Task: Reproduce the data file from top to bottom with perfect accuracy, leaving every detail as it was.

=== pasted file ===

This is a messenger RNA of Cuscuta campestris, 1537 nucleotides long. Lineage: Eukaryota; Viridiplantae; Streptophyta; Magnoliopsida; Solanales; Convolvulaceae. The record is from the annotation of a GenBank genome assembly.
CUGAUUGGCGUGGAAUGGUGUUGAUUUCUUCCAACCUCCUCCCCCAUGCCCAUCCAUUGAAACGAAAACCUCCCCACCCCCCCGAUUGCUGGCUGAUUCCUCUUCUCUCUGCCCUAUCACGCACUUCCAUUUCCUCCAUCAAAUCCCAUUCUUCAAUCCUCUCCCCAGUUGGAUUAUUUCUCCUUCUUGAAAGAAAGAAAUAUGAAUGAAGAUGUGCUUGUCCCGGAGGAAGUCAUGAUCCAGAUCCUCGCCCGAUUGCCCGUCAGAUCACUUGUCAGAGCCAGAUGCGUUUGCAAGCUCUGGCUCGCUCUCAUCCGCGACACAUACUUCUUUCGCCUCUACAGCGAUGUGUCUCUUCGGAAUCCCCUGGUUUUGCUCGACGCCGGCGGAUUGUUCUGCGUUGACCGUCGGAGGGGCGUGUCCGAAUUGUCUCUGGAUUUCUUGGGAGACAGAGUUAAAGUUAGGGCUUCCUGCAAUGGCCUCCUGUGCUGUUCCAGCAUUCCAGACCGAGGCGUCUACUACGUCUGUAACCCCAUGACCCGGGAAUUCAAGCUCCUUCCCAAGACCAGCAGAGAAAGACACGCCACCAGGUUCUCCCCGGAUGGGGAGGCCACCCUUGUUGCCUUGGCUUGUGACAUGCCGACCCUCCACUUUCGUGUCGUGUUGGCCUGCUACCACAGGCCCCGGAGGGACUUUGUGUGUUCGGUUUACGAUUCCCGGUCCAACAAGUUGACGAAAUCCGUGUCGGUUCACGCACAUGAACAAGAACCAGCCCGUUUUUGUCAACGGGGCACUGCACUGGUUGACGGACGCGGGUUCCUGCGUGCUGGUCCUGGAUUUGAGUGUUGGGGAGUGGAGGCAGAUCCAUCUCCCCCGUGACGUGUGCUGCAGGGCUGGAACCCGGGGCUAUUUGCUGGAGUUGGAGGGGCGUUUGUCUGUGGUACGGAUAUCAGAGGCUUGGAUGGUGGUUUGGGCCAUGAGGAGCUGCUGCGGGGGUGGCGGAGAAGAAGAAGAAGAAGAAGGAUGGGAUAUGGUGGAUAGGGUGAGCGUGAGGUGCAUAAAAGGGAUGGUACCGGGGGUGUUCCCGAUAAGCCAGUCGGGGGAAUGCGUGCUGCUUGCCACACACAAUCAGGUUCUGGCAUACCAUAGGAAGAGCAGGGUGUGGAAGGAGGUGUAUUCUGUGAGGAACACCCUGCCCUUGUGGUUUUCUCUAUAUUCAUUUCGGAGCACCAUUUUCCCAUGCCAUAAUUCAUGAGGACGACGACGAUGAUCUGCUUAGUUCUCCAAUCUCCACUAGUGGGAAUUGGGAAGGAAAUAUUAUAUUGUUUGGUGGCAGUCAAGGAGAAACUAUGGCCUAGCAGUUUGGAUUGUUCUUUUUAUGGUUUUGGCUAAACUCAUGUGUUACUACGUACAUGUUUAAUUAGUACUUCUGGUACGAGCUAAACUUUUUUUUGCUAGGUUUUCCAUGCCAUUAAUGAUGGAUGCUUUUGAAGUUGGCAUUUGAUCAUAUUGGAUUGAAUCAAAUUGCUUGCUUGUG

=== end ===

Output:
This is a messenger RNA of Cuscuta campestris, 1537 nucleotides long. Lineage: Eukaryota; Viridiplantae; Streptophyta; Magnoliopsida; Solanales; Convolvulaceae. The record is from the annotation of a GenBank genome assembly.
CUGAUUGGCGUGGAAUGGUGUUGAUUUCUUCCAACCUCCUCCCCCAUGCCCAUCCAUUGAAACGAAAACCUCCCCACCCCCCCGAUUGCUGGCUGAUUCCUCUUCUCUCUGCCCUAUCACGCACUUCCAUUUCCUCCAUCAAAUCCCAUUCUUCAAUCCUCUCCCCAGUUGGAUUAUUUCUCCUUCUUGAAAGAAAGAAAUAUGAAUGAAGAUGUGCUUGUCCCGGAGGAAGUCAUGAUCCAGAUCCUCGCCCGAUUGCCCGUCAGAUCACUUGUCAGAGCCAGAUGCGUUUGCAAGCUCUGGCUCGCUCUCAUCCGCGACACAUACUUCUUUCGCCUCUACAGCGAUGUGUCUCUUCGGAAUCCCCUGGUUUUGCUCGACGCCGGCGGAUUGUUCUGCGUUGACCGUCGGAGGGGCGUGUCCGAAUUGUCUCUGGAUUUCUUGGGAGACAGAGUUAAAGUUAGGGCUUCCUGCAAUGGCCUCCUGUGCUGUUCCAGCAUUCCAGACCGAGGCGUCUACUACGUCUGUAACCCCAUGACCCGGGAAUUCAAGCUCCUUCCCAAGACCAGCAGAGAAAGACACGCCACCAGGUUCUCCCCGGAUGGGGAGGCCACCCUUGUUGCCUUGGCUUGUGACAUGCCGACCCUCCACUUUCGUGUCGUGUUGGCCUGCUACCACAGGCCCCGGAGGGACUUUGUGUGUUCGGUUUACGAUUCCCGGUCCAACAAGUUGACGAAAUCCGUGUCGGUUCACGCACAUGAACAAGAACCAGCCCGUUUUUGUCAACGGGGCACUGCACUGGUUGACGGACGCGGGUUCCUGCGUGCUGGUCCUGGAUUUGAGUGUUGGGGAGUGGAGGCAGAUCCAUCUCCCCCGUGACGUGUGCUGCAGGGCUGGAACCCGGGGCUAUUUGCUGGAGUUGGAGGGGCGUUUGUCUGUGGUACGGAUAUCAGAGGCUUGGAUGGUGGUUUGGGCCAUGAGGAGCUGCUGCGGGGGUGGCGGAGAAGAAGAAGAAGAAGAAGGAUGGGAUAUGGUGGAUAGGGUGAGCGUGAGGUGCAUAAAAGGGAUGGUACCGGGGGUGUUCCCGAUAAGCCAGUCGGGGGAAUGCGUGCUGCUUGCCACACACAAUCAGGUUCUGGCAUACCAUAGGAAGAGCAGGGUGUGGAAGGAGGUGUAUUCUGUGAGGAACACCCUGCCCUUGUGGUUUUCUCUAUAUUCAUUUCGGAGCACCAUUUUCCCAUGCCAUAAUUCAUGAGGACGACGACGAUGAUCUGCUUAGUUCUCCAAUCUCCACUAGUGGGAAUUGGGAAGGAAAUAUUAUAUUGUUUGGUGGCAGUCAAGGAGAAACUAUGGCCUAGCAGUUUGGAUUGUUCUUUUUAUGGUUUUGGCUAAACUCAUGUGUUACUACGUACAUGUUUAAUUAGUACUUCUGGUACGAGCUAAACUUUUUUUUGCUAGGUUUUCCAUGCCAUUAAUGAUGGAUGCUUUUGAAGUUGGCAUUUGAUCAUAUUGGAUUGAAUCAAAUUGCUUGCUUGUG